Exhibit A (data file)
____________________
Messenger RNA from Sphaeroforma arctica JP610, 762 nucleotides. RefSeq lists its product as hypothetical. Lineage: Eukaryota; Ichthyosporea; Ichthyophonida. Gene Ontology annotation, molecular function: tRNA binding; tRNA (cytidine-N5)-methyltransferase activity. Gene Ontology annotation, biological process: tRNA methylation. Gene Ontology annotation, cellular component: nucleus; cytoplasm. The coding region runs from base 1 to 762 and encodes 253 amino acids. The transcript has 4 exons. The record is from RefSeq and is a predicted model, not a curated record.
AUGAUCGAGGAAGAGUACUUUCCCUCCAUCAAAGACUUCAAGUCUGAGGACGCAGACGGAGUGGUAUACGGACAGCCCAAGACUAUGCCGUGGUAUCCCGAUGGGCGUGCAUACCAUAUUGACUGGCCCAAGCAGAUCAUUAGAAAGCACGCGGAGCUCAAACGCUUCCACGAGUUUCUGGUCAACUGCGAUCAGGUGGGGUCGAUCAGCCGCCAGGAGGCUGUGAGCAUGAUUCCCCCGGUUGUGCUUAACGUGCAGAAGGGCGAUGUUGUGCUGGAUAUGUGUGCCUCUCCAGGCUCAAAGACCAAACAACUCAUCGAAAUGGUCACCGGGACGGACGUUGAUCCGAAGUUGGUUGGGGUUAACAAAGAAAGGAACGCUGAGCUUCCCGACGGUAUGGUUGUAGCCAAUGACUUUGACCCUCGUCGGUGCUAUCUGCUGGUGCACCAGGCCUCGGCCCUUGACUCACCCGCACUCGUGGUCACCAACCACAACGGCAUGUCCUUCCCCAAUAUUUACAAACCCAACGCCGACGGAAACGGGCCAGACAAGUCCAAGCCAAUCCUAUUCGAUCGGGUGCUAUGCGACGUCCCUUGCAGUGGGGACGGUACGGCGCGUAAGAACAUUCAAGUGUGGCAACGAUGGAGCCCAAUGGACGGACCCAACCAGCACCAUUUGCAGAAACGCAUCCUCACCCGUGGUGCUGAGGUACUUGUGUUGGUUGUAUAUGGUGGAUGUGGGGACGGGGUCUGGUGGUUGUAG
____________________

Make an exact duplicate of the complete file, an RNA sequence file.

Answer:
Messenger RNA from Sphaeroforma arctica JP610, 762 nucleotides. RefSeq lists its product as hypothetical. Lineage: Eukaryota; Ichthyosporea; Ichthyophonida. Gene Ontology annotation, molecular function: tRNA binding; tRNA (cytidine-N5)-methyltransferase activity. Gene Ontology annotation, biological process: tRNA methylation. Gene Ontology annotation, cellular component: nucleus; cytoplasm. The coding region runs from base 1 to 762 and encodes 253 amino acids. The transcript has 4 exons. The record is from RefSeq and is a predicted model, not a curated record.
AUGAUCGAGGAAGAGUACUUUCCCUCCAUCAAAGACUUCAAGUCUGAGGACGCAGACGGAGUGGUAUACGGACAGCCCAAGACUAUGCCGUGGUAUCCCGAUGGGCGUGCAUACCAUAUUGACUGGCCCAAGCAGAUCAUUAGAAAGCACGCGGAGCUCAAACGCUUCCACGAGUUUCUGGUCAACUGCGAUCAGGUGGGGUCGAUCAGCCGCCAGGAGGCUGUGAGCAUGAUUCCCCCGGUUGUGCUUAACGUGCAGAAGGGCGAUGUUGUGCUGGAUAUGUGUGCCUCUCCAGGCUCAAAGACCAAACAACUCAUCGAAAUGGUCACCGGGACGGACGUUGAUCCGAAGUUGGUUGGGGUUAACAAAGAAAGGAACGCUGAGCUUCCCGACGGUAUGGUUGUAGCCAAUGACUUUGACCCUCGUCGGUGCUAUCUGCUGGUGCACCAGGCCUCGGCCCUUGACUCACCCGCACUCGUGGUCACCAACCACAACGGCAUGUCCUUCCCCAAUAUUUACAAACCCAACGCCGACGGAAACGGGCCAGACAAGUCCAAGCCAAUCCUAUUCGAUCGGGUGCUAUGCGACGUCCCUUGCAGUGGGGACGGUACGGCGCGUAAGAACAUUCAAGUGUGGCAACGAUGGAGCCCAAUGGACGGACCCAACCAGCACCAUUUGCAGAAACGCAUCCUCACCCGUGGUGCUGAGGUACUUGUGUUGGUUGUAUAUGGUGGAUGUGGGGACGGGGUCUGGUGGUUGUAG